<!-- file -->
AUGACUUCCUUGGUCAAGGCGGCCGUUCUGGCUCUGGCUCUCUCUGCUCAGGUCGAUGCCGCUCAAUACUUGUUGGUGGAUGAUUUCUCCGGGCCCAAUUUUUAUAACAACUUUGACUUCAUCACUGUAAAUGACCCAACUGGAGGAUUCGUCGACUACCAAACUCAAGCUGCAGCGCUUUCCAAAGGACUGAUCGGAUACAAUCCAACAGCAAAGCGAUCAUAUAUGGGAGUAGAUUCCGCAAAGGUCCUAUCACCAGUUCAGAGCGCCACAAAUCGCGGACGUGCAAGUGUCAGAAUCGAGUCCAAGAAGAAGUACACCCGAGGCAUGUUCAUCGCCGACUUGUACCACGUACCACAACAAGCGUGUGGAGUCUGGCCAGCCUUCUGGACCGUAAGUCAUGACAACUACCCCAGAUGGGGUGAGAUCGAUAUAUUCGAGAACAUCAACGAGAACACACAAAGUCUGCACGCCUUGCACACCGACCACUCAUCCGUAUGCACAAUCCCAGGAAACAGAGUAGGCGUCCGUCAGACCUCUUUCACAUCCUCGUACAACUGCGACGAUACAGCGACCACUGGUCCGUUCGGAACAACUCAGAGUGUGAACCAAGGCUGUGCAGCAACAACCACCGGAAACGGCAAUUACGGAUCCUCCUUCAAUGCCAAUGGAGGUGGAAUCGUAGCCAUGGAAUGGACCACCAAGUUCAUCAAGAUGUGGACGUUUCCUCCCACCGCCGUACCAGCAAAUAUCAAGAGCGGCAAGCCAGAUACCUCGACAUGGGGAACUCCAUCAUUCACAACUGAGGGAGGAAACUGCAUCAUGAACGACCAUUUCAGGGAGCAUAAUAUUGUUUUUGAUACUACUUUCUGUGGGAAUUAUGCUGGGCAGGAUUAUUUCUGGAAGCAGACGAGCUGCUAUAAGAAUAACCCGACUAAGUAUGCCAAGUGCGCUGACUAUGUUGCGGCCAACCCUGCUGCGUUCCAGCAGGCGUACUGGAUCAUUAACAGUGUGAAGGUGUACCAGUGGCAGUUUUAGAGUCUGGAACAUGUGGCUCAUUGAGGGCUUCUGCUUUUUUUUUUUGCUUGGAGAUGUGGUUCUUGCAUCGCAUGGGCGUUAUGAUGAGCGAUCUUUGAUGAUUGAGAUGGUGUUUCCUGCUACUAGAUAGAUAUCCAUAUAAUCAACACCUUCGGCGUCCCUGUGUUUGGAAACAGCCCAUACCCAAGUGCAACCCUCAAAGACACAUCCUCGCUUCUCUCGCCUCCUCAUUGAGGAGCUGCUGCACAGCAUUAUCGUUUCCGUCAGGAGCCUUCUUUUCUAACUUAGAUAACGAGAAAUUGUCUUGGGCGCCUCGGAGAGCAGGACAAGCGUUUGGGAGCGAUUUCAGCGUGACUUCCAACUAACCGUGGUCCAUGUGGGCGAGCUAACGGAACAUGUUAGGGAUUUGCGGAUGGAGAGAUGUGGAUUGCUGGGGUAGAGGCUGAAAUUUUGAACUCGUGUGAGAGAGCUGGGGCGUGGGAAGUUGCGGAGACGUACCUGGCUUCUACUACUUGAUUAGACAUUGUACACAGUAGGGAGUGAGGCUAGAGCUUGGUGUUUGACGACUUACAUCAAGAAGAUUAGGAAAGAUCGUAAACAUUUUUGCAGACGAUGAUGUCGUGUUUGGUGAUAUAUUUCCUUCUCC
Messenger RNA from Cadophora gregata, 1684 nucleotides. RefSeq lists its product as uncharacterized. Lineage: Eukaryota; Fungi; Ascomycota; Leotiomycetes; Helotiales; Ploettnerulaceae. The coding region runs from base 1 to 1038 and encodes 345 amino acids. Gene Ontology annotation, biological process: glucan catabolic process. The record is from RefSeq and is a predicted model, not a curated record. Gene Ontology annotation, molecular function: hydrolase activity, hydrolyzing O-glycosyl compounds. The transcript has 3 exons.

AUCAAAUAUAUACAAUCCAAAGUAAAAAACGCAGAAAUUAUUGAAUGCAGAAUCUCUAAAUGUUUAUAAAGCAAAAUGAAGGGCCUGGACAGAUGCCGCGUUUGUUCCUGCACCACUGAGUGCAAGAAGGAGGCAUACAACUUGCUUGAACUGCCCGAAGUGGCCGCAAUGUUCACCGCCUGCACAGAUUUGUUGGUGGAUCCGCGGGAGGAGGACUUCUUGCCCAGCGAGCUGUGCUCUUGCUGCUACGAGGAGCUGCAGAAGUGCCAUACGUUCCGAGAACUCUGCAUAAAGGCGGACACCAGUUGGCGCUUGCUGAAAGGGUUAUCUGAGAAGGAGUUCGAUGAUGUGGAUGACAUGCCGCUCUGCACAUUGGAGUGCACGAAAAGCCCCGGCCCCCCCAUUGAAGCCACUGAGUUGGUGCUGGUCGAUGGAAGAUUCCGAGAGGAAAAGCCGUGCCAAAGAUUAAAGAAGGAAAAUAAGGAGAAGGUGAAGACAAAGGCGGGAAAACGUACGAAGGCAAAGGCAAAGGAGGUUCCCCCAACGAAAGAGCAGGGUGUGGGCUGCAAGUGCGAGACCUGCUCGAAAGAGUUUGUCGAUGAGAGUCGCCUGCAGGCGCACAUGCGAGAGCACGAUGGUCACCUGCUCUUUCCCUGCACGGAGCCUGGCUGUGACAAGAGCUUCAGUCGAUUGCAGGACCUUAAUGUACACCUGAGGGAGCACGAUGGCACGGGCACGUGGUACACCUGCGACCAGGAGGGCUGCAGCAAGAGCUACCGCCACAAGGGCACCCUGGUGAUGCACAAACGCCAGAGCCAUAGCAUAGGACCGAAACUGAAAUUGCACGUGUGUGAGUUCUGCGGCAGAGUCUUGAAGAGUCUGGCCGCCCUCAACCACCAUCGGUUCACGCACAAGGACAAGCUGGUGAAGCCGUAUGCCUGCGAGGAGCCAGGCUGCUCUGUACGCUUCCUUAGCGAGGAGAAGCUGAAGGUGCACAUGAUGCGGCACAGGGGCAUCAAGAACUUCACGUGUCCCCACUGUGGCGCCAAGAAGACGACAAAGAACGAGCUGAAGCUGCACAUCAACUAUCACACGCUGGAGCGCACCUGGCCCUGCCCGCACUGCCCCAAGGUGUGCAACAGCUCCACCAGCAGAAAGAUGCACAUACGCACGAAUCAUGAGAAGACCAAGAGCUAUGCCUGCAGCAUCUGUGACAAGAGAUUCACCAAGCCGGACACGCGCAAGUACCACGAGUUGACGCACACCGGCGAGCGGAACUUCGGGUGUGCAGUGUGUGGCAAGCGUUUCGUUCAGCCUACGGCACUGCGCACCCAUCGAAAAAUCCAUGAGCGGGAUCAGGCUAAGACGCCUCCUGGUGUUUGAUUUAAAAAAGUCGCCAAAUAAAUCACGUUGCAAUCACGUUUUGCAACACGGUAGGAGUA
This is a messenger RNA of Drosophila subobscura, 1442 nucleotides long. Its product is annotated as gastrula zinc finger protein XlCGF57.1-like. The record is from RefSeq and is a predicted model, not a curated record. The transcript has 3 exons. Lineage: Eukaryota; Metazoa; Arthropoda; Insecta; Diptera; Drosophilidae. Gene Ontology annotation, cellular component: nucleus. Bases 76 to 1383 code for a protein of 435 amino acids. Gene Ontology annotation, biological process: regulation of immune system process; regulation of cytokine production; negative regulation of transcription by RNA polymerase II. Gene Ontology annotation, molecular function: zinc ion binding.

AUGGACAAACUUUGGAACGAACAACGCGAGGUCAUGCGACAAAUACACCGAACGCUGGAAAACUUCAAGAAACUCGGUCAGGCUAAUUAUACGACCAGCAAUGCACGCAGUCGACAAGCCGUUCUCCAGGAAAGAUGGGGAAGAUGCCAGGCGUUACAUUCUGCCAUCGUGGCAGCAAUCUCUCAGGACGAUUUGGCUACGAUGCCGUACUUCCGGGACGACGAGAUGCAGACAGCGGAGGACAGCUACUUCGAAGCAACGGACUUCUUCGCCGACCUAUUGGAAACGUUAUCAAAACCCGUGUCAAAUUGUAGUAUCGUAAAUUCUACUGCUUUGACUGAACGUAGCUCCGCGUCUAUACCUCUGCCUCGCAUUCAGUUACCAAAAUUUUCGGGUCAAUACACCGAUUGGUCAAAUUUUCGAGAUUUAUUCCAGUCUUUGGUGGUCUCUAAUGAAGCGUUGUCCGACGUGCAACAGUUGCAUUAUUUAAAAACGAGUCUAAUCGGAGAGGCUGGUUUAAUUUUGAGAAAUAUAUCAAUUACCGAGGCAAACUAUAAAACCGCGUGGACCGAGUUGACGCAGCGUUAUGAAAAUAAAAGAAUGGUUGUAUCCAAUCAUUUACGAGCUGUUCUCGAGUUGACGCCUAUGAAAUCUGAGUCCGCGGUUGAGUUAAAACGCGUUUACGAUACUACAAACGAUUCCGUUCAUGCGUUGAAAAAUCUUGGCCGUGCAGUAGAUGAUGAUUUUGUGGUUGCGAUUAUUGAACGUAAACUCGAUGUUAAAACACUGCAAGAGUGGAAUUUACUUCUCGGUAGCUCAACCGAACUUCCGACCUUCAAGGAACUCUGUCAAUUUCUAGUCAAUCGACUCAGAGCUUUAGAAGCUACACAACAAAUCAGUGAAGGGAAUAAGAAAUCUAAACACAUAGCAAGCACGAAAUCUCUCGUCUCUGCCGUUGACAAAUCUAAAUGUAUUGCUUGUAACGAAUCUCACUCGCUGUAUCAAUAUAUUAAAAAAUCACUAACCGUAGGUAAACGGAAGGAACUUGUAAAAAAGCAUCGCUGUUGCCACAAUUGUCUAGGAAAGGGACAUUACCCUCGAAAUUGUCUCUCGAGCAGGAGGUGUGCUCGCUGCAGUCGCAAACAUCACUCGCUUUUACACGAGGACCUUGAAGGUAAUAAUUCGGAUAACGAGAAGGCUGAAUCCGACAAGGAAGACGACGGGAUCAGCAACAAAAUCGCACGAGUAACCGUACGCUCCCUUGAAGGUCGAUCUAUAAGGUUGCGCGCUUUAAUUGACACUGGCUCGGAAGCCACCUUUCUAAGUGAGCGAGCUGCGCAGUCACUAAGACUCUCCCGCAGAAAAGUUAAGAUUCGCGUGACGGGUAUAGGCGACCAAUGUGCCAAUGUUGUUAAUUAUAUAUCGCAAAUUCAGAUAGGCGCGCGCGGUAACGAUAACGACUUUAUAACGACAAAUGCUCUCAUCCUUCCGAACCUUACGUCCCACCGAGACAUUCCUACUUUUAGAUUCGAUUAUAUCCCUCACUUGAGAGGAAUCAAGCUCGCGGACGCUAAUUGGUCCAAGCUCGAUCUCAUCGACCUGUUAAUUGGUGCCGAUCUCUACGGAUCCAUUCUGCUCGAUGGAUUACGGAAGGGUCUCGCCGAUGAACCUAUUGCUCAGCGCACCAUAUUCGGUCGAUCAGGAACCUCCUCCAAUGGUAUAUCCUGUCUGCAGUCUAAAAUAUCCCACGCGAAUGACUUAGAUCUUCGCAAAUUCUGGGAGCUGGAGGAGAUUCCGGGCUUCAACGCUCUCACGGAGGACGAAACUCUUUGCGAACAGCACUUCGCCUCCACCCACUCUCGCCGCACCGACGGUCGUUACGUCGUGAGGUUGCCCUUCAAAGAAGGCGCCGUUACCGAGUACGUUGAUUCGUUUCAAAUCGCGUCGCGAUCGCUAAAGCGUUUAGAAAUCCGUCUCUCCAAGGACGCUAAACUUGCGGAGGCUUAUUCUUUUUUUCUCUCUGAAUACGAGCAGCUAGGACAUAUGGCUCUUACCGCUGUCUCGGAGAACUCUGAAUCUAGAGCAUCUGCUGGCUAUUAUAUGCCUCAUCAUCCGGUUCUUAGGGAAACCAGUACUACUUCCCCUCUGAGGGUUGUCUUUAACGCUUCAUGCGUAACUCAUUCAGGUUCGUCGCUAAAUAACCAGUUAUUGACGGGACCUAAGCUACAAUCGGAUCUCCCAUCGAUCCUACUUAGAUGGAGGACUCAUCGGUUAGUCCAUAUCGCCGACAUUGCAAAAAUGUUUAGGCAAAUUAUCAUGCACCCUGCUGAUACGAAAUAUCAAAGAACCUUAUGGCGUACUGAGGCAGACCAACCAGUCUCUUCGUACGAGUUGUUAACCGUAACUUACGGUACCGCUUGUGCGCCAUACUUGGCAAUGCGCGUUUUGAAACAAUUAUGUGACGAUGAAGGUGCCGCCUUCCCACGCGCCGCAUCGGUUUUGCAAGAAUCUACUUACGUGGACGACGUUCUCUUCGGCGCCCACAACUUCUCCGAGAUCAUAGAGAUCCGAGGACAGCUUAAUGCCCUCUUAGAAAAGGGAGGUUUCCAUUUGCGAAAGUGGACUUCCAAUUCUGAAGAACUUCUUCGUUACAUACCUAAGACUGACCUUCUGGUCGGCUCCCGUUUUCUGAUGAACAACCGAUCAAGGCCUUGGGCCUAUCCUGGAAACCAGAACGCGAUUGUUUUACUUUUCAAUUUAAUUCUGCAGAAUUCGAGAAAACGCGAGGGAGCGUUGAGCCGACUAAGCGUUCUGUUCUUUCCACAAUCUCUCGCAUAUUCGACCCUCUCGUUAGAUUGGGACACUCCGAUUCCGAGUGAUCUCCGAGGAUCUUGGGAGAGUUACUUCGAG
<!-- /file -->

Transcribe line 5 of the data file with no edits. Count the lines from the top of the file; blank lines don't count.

AUGGACAAACUUUGGAACGAACAACGCGAGGUCAUGCGACAAAUACACCGAACGCUGGAAAACUUCAAGAAACUCGGUCAGGCUAAUUAUACGACCAGCAAUGCACGCAGUCGACAAGCCGUUCUCCAGGAAAGAUGGGGAAGAUGCCAGGCGUUACAUUCUGCCAUCGUGGCAGCAAUCUCUCAGGACGAUUUGGCUACGAUGCCGUACUUCCGGGACGACGAGAUGCAGACAGCGGAGGACAGCUACUUCGAAGCAACGGACUUCUUCGCCGACCUAUUGGAAACGUUAUCAAAACCCGUGUCAAAUUGUAGUAUCGUAAAUUCUACUGCUUUGACUGAACGUAGCUCCGCGUCUAUACCUCUGCCUCGCAUUCAGUUACCAAAAUUUUCGGGUCAAUACACCGAUUGGUCAAAUUUUCGAGAUUUAUUCCAGUCUUUGGUGGUCUCUAAUGAAGCGUUGUCCGACGUGCAACAGUUGCAUUAUUUAAAAACGAGUCUAAUCGGAGAGGCUGGUUUAAUUUUGAGAAAUAUAUCAAUUACCGAGGCAAACUAUAAAACCGCGUGGACCGAGUUGACGCAGCGUUAUGAAAAUAAAAGAAUGGUUGUAUCCAAUCAUUUACGAGCUGUUCUCGAGUUGACGCCUAUGAAAUCUGAGUCCGCGGUUGAGUUAAAACGCGUUUACGAUACUACAAACGAUUCCGUUCAUGCGUUGAAAAAUCUUGGCCGUGCAGUAGAUGAUGAUUUUGUGGUUGCGAUUAUUGAACGUAAACUCGAUGUUAAAACACUGCAAGAGUGGAAUUUACUUCUCGGUAGCUCAACCGAACUUCCGACCUUCAAGGAACUCUGUCAAUUUCUAGUCAAUCGACUCAGAGCUUUAGAAGCUACACAACAAAUCAGUGAAGGGAAUAAGAAAUCUAAACACAUAGCAAGCACGAAAUCUCUCGUCUCUGCCGUUGACAAAUCUAAAUGUAUUGCUUGUAACGAAUCUCACUCGCUGUAUCAAUAUAUUAAAAAAUCACUAACCGUAGGUAAACGGAAGGAACUUGUAAAAAAGCAUCGCUGUUGCCACAAUUGUCUAGGAAAGGGACAUUACCCUCGAAAUUGUCUCUCGAGCAGGAGGUGUGCUCGCUGCAGUCGCAAACAUCACUCGCUUUUACACGAGGACCUUGAAGGUAAUAAUUCGGAUAACGAGAAGGCUGAAUCCGACAAGGAAGACGACGGGAUCAGCAACAAAAUCGCACGAGUAACCGUACGCUCCCUUGAAGGUCGAUCUAUAAGGUUGCGCGCUUUAAUUGACACUGGCUCGGAAGCCACCUUUCUAAGUGAGCGAGCUGCGCAGUCACUAAGACUCUCCCGCAGAAAAGUUAAGAUUCGCGUGACGGGUAUAGGCGACCAAUGUGCCAAUGUUGUUAAUUAUAUAUCGCAAAUUCAGAUAGGCGCGCGCGGUAACGAUAACGACUUUAUAACGACAAAUGCUCUCAUCCUUCCGAACCUUACGUCCCACCGAGACAUUCCUACUUUUAGAUUCGAUUAUAUCCCUCACUUGAGAGGAAUCAAGCUCGCGGACGCUAAUUGGUCCAAGCUCGAUCUCAUCGACCUGUUAAUUGGUGCCGAUCUCUACGGAUCCAUUCUGCUCGAUGGAUUACGGAAGGGUCUCGCCGAUGAACCUAUUGCUCAGCGCACCAUAUUCGGUCGAUCAGGAACCUCCUCCAAUGGUAUAUCCUGUCUGCAGUCUAAAAUAUCCCACGCGAAUGACUUAGAUCUUCGCAAAUUCUGGGAGCUGGAGGAGAUUCCGGGCUUCAACGCUCUCACGGAGGACGAAACUCUUUGCGAACAGCACUUCGCCUCCACCCACUCUCGCCGCACCGACGGUCGUUACGUCGUGAGGUUGCCCUUCAAAGAAGGCGCCGUUACCGAGUACGUUGAUUCGUUUCAAAUCGCGUCGCGAUCGCUAAAGCGUUUAGAAAUCCGUCUCUCCAAGGACGCUAAACUUGCGGAGGCUUAUUCUUUUUUUCUCUCUGAAUACGAGCAGCUAGGACAUAUGGCUCUUACCGCUGUCUCGGAGAACUCUGAAUCUAGAGCAUCUGCUGGCUAUUAUAUGCCUCAUCAUCCGGUUCUUAGGGAAACCAGUACUACUUCCCCUCUGAGGGUUGUCUUUAACGCUUCAUGCGUAACUCAUUCAGGUUCGUCGCUAAAUAACCAGUUAUUGACGGGACCUAAGCUACAAUCGGAUCUCCCAUCGAUCCUACUUAGAUGGAGGACUCAUCGGUUAGUCCAUAUCGCCGACAUUGCAAAAAUGUUUAGGCAAAUUAUCAUGCACCCUGCUGAUACGAAAUAUCAAAGAACCUUAUGGCGUACUGAGGCAGACCAACCAGUCUCUUCGUACGAGUUGUUAACCGUAACUUACGGUACCGCUUGUGCGCCAUACUUGGCAAUGCGCGUUUUGAAACAAUUAUGUGACGAUGAAGGUGCCGCCUUCCCACGCGCCGCAUCGGUUUUGCAAGAAUCUACUUACGUGGACGACGUUCUCUUCGGCGCCCACAACUUCUCCGAGAUCAUAGAGAUCCGAGGACAGCUUAAUGCCCUCUUAGAAAAGGGAGGUUUCCAUUUGCGAAAGUGGACUUCCAAUUCUGAAGAACUUCUUCGUUACAUACCUAAGACUGACCUUCUGGUCGGCUCCCGUUUUCUGAUGAACAACCGAUCAAGGCCUUGGGCCUAUCCUGGAAACCAGAACGCGAUUGUUUUACUUUUCAAUUUAAUUCUGCAGAAUUCGAGAAAACGCGAGGGAGCGUUGAGCCGACUAAGCGUUCUGUUCUUUCCACAAUCUCUCGCAUAUUCGACCCUCUCGUUAGAUUGGGACACUCCGAUUCCGAGUGAUCUCCGAGGAUCUUGGGAGAGUUACUUCGAG